Recent media reports of children being hospitalized with serious respiratory problems due to enterovirus D68 are alarming. However, one local expert notes that thousands of children are infected by this and other similar viral strains every year. “The enterovirus we’re talking about shows up in the majority of kids as a cold; and we don’t typically test to see what virus is causing a kid’s cold because the vast majority of the time, it’s going to get better on its own,” says Dr. Ken Haller, a SLUCare pediatrician on staff at SSM Cardinal Glennon Children's Medical Center.
Dr. Joel Perlmutter
Chest pain is nothing to fool around with; and physicians remind everyone to play it safe and call 911 if you think you could be having a heart attack. “We really don’t use our emergency medical system enough,” says SLUCare cardiologist Dr. Michael Lim. “Time is of the essence when a heart attack happens, and the EMT responders can assess the situation and start treatment right away.”
It’s no secret that oral health has a direct link to overall well-being. And with mounting evidence, dentists are doing all they can to take their patient care a step further. “People usually see their dentist more than their physician, and physicians are already overworked and overloaded,” notes Dr. Srdjan Ilic, owner of Prestige Dental Care. “If we can help them by catching these things that manifest in the mouth early by doing simple screenings to lessen the burden on them, we can help the patients and doctors—everybody wins.”
STACEY ABELES has been hired as director of special events for the March of Dimes Missouri Chapter. She previously worked at Gateway to Hope and The Consortium for Graduate Study in Management.
When flavors need some extra zing, MSG can do the trick. Monosodium glutamate commonly is used to enhance the flavors of meat, poultry, soups and stews; and is a common additive in Japanese and Chinese cuisine and many processed foods. However, some people find that MSG causes a range of uncomfortable reactions.
This month, instead of offering advice, I’m going to ask for your input. But first, a little background: began my first practice more than 34 years ago in a small southeast Missouri town. When my patients needed me outside of office hours, they called me at home; my number was in the book. On rare occasions, they just dropped by my house, as my address was listed, too. I had an answering machine to direct callers when I was not 'on call,' and when I was on call, my wife was my answering service. I attended every complicated delivery, met my patients in the emergency department, and made rounds twice daily on the many patients I admitted to the local hospital. There were no 'hospitalists.' There were no urgent-care centers or walk-in clinics. (And Al Gore had not yet invented the Internet.)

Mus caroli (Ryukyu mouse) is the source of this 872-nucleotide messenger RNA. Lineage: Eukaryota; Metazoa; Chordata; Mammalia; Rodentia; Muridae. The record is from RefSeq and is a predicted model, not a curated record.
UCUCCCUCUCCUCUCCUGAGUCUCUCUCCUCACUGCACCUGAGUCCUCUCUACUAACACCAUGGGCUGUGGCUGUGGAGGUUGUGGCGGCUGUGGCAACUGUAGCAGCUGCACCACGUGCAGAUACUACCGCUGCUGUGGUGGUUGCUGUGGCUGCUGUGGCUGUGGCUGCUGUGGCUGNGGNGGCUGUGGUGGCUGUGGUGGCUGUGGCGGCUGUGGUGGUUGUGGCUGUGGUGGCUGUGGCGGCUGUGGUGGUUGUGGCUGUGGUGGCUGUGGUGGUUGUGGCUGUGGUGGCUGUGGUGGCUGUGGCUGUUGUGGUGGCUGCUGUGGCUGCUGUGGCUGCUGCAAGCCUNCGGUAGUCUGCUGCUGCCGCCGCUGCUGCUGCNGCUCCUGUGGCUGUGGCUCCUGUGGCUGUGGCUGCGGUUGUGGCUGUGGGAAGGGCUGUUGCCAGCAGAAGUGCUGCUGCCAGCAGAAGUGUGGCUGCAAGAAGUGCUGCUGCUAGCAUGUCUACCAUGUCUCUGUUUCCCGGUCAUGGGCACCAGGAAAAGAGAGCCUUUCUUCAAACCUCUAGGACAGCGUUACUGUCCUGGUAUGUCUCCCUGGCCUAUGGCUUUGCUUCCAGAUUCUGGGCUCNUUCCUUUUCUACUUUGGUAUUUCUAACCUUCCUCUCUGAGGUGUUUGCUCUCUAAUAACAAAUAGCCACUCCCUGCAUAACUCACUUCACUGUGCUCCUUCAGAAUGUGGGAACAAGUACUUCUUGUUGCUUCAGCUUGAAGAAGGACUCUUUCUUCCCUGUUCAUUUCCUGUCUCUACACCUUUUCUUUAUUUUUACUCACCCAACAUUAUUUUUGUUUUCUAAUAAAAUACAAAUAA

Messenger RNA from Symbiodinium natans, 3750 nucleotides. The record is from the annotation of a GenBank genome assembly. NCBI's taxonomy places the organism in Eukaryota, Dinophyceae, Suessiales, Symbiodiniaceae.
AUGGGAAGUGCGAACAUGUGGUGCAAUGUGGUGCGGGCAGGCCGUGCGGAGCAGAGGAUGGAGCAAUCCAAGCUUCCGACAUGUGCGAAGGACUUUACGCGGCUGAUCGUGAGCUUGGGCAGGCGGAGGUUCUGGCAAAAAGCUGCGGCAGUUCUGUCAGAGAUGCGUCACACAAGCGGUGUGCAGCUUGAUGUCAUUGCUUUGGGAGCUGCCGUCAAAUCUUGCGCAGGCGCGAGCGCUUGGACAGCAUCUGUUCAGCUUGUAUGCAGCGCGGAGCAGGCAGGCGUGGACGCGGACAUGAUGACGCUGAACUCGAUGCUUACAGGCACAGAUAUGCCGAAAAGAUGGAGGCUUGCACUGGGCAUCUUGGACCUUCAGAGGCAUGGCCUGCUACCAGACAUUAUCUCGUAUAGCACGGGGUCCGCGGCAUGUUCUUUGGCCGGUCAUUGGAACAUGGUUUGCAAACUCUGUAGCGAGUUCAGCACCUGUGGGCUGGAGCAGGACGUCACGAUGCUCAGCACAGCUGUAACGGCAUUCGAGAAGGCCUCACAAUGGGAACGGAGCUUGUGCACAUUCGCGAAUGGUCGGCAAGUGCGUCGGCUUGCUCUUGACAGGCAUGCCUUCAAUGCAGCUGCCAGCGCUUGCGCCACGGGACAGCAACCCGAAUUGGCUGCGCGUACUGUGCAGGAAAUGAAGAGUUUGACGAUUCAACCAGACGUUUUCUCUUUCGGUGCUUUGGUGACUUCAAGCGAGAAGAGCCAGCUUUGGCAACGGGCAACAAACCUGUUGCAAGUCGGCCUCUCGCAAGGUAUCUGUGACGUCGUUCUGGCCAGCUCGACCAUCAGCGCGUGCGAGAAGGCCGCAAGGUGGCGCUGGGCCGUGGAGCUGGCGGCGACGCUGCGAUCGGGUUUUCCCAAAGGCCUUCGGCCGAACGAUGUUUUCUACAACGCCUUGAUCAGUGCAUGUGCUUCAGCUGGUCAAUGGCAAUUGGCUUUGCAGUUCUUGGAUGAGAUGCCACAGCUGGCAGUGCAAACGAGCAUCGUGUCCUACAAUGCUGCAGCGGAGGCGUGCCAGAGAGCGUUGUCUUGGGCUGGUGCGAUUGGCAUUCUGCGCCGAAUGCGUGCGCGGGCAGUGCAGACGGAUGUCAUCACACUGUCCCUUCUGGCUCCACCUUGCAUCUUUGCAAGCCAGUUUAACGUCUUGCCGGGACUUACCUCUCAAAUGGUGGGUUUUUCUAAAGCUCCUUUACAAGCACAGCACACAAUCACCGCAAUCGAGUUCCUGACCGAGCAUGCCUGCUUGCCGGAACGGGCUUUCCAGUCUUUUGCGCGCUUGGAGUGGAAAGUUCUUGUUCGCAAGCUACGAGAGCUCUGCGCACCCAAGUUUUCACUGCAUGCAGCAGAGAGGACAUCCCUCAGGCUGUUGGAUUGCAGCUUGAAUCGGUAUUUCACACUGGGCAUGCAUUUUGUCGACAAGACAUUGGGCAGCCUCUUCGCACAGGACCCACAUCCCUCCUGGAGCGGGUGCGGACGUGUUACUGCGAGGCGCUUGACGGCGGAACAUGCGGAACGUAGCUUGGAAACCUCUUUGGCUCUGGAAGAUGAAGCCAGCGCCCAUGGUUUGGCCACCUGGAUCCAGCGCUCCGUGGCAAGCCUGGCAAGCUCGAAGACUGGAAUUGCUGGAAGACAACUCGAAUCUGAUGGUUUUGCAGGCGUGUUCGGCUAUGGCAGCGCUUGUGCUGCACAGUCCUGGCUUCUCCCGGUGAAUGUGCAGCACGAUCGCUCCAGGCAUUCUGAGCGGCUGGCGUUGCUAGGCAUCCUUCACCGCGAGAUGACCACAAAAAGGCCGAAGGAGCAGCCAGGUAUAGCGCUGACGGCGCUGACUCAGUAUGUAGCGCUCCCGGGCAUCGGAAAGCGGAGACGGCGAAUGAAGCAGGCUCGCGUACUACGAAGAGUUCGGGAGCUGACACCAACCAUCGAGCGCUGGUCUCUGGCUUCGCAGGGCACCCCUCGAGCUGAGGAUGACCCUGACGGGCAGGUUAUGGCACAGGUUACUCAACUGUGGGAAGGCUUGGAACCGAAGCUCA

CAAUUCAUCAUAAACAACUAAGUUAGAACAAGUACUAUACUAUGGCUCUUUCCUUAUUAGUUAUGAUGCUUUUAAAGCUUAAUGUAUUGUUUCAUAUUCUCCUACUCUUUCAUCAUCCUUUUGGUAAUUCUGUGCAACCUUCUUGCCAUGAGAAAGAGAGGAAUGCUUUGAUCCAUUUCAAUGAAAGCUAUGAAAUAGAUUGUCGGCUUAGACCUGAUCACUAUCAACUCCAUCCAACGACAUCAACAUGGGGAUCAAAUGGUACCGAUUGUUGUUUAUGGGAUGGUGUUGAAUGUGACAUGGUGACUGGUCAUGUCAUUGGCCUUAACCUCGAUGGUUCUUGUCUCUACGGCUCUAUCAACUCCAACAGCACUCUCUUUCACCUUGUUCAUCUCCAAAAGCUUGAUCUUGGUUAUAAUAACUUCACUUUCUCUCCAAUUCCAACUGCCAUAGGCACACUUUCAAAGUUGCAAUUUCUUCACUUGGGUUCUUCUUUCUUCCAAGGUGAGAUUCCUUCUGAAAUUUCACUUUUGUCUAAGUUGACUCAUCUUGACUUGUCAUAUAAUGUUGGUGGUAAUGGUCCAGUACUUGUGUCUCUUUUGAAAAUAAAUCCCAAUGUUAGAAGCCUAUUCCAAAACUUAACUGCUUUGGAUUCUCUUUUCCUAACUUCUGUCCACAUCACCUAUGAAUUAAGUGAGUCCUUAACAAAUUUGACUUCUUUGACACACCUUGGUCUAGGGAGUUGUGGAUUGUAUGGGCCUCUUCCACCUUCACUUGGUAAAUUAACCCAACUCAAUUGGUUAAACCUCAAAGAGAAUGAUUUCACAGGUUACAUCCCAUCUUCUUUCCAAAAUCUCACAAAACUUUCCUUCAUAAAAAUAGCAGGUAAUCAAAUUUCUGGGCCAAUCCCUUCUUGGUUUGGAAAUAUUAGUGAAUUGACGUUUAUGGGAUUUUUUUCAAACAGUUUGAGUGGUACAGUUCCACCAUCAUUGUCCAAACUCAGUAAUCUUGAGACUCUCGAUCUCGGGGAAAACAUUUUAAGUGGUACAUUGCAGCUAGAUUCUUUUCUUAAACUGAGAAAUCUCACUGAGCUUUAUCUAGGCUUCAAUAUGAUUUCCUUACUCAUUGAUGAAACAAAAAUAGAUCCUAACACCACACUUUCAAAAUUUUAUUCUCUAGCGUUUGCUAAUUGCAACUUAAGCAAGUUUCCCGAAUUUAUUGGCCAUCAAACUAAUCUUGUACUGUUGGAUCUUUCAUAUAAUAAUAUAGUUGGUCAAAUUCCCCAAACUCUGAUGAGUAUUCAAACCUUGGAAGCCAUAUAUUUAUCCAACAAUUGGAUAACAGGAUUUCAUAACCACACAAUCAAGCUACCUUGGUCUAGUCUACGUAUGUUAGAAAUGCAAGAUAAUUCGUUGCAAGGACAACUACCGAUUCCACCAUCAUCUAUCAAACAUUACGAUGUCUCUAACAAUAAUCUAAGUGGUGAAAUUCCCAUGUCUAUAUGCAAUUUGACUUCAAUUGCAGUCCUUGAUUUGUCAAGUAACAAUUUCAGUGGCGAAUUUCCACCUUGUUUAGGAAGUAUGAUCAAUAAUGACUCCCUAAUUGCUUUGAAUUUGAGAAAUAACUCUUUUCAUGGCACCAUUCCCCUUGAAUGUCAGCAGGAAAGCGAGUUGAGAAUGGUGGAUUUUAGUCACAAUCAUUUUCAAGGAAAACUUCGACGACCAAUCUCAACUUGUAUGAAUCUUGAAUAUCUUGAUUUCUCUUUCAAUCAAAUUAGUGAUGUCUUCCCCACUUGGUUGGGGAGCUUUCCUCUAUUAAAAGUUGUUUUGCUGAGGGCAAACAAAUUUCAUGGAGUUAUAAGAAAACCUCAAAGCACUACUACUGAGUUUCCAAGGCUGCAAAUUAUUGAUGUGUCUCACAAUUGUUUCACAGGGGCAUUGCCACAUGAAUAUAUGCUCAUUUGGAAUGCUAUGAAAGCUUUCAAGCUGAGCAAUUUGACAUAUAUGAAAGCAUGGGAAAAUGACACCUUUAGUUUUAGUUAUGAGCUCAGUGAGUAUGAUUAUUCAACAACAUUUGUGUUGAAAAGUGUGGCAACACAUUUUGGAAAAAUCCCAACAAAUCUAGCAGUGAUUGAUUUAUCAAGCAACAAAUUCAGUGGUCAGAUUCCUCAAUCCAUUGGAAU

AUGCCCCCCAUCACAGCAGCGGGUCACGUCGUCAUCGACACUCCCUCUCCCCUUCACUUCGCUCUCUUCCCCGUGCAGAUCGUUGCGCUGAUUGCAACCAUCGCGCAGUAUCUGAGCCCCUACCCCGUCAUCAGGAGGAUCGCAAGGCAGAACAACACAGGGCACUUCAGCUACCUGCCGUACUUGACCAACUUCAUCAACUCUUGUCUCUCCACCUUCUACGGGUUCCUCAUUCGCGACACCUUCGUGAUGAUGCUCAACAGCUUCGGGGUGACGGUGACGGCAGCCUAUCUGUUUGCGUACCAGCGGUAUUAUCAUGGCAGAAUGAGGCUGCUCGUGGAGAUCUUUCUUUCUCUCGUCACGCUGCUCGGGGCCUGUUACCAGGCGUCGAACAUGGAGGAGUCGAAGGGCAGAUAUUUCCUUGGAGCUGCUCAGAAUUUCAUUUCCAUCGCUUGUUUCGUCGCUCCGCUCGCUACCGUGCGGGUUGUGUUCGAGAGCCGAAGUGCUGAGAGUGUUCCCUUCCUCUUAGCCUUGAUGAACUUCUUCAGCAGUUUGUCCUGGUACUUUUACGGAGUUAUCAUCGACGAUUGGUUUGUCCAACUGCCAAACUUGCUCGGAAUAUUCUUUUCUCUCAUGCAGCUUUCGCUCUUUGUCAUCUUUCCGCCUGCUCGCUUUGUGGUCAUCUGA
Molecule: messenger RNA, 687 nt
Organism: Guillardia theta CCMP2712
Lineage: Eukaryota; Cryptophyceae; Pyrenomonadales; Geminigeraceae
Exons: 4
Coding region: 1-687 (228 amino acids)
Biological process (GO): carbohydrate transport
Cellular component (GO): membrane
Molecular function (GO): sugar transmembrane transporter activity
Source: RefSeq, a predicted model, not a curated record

Depression is known to affect about one in 10 American adults; and for many, depression takes hold well before adulthood. The National Institute of Mental Health reports that approximately 11 percent of adolescents have a depressive disorder by age 18. In fact, very young children can show signs of depression, notes one area expert.
When visions of sugar plums dance, not just in your head, but on the buffet in front of you, holiday parties can feel like dietary minefields. If the battle of the buffet is joined, a clear strategy before entering the arena will help you be victorious over dietary demons.
It’s cold and flu season. Are you sick yet? If you’re lucky enough to have avoided sniffling, sneezing and congestion so far, local doctors have some tips to help make sure you stay healthy.
Dielmann Sotheby's International Realty
The 2014 Ladue News Show House at 34 Briarcliff will help give a voice to young patients across the region. Proceeds from the fourth annual home tour will benefit Autism Speaks and SSM Cardinal Glennon Children’s Medical Center. Here, learn more about the impact of these worthy organizations.